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PAYE Settlement Agreements

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PAYE Settlement Agreements

A PAYE settlement agreement (PSA) can be a useful tool. It enables an employer to agree with HMRC to meet the tax and associated National Insurance on the employee’s behalf on certain pre-agreed benefits and expenses.

What can be included?

A PSA is not suitable for all expenses and benefits and an item can only be included within a PSA if it qualifies on one of the following grounds:

  • the item is minor, for example, a small gift;
  • the item is provided irregularly, for example, taxable relocation expenses and benefits in excess of the tax-free limit; or
  • it is impracticable to work out the amount on which the employee should be taxed, for example, if the benefit is shared.

Some items cannot be included, even if they would qualify on grounds of irregularity or impracticality. The list of excluded items includes cash payments and high-value items, such as company cars.

The introduction of the exemption for trivial benefits means that most minor benefits will now be tax-fee, removing the need to include them in a PSA.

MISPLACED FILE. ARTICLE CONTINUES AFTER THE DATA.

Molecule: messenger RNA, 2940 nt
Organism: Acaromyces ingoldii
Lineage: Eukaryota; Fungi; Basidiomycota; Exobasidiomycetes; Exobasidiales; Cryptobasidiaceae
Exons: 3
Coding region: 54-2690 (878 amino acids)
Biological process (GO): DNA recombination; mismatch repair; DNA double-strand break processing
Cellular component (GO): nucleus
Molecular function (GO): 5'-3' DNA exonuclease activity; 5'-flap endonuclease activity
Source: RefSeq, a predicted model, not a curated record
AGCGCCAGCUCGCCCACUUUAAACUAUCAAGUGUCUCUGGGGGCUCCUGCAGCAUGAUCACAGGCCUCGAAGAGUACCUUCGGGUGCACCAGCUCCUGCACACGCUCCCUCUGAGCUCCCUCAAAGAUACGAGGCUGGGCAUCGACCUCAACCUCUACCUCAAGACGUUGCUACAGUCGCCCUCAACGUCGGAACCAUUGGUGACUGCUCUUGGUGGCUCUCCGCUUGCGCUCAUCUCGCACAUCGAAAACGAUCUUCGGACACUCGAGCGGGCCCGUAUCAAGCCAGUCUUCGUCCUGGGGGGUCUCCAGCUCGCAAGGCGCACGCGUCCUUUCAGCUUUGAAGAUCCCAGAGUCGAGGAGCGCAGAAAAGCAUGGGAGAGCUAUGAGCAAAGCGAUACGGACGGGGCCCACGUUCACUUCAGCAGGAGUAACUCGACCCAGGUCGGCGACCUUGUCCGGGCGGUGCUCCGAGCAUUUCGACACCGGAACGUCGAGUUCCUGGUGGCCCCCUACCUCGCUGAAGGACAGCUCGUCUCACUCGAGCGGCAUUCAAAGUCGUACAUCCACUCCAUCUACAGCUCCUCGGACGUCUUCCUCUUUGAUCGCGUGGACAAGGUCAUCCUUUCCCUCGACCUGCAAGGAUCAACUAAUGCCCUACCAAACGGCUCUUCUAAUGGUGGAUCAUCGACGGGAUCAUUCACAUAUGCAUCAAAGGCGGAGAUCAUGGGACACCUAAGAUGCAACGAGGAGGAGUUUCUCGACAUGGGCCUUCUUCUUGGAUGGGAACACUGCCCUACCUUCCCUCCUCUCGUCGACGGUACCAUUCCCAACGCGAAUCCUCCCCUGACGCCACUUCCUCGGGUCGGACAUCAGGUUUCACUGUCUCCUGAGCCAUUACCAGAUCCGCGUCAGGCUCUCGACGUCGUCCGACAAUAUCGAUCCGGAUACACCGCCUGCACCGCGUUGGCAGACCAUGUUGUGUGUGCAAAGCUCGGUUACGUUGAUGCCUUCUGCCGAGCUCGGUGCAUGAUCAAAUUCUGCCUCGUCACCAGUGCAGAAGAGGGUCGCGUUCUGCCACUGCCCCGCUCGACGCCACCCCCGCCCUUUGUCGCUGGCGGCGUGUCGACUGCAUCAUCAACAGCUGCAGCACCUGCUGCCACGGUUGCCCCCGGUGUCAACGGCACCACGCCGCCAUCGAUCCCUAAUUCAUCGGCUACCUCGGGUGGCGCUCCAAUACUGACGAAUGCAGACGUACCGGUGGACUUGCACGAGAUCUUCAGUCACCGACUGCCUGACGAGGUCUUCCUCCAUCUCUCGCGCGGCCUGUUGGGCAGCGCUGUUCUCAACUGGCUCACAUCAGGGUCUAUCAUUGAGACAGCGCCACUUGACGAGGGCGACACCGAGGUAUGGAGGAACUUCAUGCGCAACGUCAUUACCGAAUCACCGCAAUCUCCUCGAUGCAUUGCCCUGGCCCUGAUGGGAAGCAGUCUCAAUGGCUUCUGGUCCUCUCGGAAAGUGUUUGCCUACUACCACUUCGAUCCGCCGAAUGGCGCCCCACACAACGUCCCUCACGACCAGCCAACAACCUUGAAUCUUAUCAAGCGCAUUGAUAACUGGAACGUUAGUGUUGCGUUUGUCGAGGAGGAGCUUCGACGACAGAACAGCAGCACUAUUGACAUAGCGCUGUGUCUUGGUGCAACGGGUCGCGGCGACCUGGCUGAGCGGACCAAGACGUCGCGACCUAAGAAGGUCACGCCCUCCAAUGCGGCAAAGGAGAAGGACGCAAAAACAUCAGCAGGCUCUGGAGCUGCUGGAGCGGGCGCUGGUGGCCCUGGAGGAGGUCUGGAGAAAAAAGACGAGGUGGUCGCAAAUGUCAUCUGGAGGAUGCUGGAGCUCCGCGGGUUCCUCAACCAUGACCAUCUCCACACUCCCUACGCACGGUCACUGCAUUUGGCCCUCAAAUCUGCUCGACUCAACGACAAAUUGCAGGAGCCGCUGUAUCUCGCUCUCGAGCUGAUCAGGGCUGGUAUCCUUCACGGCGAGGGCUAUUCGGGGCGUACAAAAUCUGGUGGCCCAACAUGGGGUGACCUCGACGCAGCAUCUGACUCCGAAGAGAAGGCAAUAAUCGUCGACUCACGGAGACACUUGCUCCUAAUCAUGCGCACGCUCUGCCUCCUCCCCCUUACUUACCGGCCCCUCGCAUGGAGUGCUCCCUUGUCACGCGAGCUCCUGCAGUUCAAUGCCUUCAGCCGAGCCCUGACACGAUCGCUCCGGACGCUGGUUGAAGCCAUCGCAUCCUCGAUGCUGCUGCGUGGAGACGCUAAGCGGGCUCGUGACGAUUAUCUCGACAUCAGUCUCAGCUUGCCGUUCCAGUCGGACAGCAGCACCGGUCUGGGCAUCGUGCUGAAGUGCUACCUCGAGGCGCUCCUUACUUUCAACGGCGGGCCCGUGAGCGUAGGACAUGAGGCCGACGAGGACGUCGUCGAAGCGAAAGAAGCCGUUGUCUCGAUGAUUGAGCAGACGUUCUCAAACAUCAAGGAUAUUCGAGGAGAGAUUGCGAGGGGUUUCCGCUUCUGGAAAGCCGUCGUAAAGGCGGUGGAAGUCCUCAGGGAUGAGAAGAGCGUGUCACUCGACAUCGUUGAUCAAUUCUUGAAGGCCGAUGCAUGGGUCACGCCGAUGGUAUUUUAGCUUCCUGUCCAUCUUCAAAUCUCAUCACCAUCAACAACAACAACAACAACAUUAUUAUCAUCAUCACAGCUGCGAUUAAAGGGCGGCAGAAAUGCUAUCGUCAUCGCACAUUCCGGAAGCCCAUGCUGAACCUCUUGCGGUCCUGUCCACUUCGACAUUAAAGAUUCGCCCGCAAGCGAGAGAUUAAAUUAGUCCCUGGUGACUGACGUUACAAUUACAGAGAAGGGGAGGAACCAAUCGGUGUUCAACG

Impact of a PSA

Including an item in a PSA means that the employer does not need to tell HMRC about it on the employee’s P11D (or payroll it). The employee essentially receives the item tax and NIC-free – this can generate goodwill, particularly where the impact of the benefit, such as a gift, would be somewhat lessened by an associated tax bill. However, this all comes at a cost to the employer, as the tax is paid at the employee’s marginal rate on the grossed-up value of the benefit. The employer must also pay Class 1B NIC (at 13.8%), both on the taxable value of the benefits included in the PSA and on the tax paid on those benefits. The Class 1B charge is payable in place of any Class 1 or Class 1A liability that would otherwise arise.


ABC Ltd has a Summer Dinner for its ten employees at a cost of £300 per head. All the employees pay tax at 40%.

The tax payable by the company is £2,000 (40% (£300 x 100/60) x 10)).

The Class 1B NIC is £690 (13.8% ((10 x £300) + £2,000)).

The total amount that the employer must, therefore, pay to settle the PSA is £2,690.

Setting one up

Currently, the PSA must be agreed with HMRC before 6 July following the end of the tax year to which it relates (so by 6 July 2017 for 2016/17). This is the P11D deadline. However, the rules are to be simplified from 6 April 2018, removing the need to agree on the PSA in advance.


The tax and NIC due under the PSA must be paid by 22 October after the end of the tax year where payment is made electronically, and by 19 October otherwise.

By | 2017-07-03T12:14:31+00:00 July 3rd, 2017|PAYE|0 Comments

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